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The construction of the Assembly Hall took place over a three-year period. Obed Taylor served as architect and Henry Grow, the bridge builder who designed the Tabernacle's famous dome-shaped roof, served as the superintendent of construction. Every member of the Latter-day Saint community was asked to contribute the equivalent of one day's pay or one day's labor to the construction of the building. The Assembly Hall was opened for use in 1880, but was not formally dedicated until 1882.
As the year 1980 approached, it was decided that a new organ should be built in the Assembly Hall in commemoration of the centennial of the building as well as the sesquicentennial of the founding of the Church of Jesus Christ of Latter-day Saints. In July 1979, roughly one year after a contract was signed with Robert L. Sipe, Inc. of Dallas, Texas to construct a new 3-manual mechanical-action organ for the Assembly Hall, a routine inspection of the building found fresh breaks in several of the central roof trusses. The building was subsequently closed, and plans were made for a thorough repair and restoration. As a result, the organ's installation had to wait until the renovations were completed in 1983. On the positive side, a number of modifications were made to the building's interior during the renovation process which made it much more effective as a concert venue.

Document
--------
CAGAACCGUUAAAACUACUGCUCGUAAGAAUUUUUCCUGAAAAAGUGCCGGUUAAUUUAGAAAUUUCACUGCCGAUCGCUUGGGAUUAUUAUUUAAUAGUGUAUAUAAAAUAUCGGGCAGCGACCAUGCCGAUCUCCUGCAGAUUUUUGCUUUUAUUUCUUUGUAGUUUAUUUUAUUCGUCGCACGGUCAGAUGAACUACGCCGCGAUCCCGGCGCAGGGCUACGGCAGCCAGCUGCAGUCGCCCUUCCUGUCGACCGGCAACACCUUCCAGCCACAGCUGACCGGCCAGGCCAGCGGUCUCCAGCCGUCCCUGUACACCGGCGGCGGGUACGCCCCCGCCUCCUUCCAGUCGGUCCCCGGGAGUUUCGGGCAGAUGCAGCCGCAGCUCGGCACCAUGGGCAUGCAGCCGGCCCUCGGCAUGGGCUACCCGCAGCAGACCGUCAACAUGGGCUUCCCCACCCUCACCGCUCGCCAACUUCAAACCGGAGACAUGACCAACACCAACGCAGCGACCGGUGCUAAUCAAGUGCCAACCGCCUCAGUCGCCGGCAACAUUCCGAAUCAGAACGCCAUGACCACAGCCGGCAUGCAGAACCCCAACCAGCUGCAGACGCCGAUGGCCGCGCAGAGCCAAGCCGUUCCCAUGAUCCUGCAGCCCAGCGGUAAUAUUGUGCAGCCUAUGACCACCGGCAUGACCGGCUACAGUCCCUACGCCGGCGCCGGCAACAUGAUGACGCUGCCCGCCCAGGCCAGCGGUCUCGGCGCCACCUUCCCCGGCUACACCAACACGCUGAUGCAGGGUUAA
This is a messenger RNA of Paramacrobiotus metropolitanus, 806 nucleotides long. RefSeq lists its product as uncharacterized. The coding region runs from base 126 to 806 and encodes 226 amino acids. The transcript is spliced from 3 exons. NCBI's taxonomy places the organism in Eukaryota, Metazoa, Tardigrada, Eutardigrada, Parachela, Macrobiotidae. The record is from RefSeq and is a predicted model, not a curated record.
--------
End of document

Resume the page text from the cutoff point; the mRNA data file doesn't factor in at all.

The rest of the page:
The Assembly Hall serves primarily as the home to the Temple Square Concert Series and as the backup site for the daily organ recitals which are normally held in the Tabernacle; it is also used for occasional church meetings and as an overflow space for events in the Tabernacle and the Conference Center
Unbeknownst to many visitors to Temple Square, there are actually four pipe organs in the Assembly Hall: a 3-manual, 65-rank concert instrument installed in 1983 by Robert Sipe in the main part of the building, and practice instruments by Austin, Casavant, and Kenneth Coulter in the basement of the building. Prior to the installation of the Sipe instrument, the Assembly Hall was home to two different organs: a 3-manual Kimball pipe organ installed in 1913; and, prior to that, an instrument incorporating parts of an organ that was built in Australia sometime around 1854 by Joseph Ridges, brought by ship to America in 1856, and installed in the old adobe tabernacle around 1857.
The Assembly Hall is also home to two harpsichords built by William Dowd: a French single, Opus 445, completed in 1981, and a French double, Opus 448, completed a few months later in the spring of 1982.
This is not an official publication of the Church of Jesus Christ of Latter-day Saints.
©2000 Richard Elliott
(This page was last updated on 20 December 2005 )
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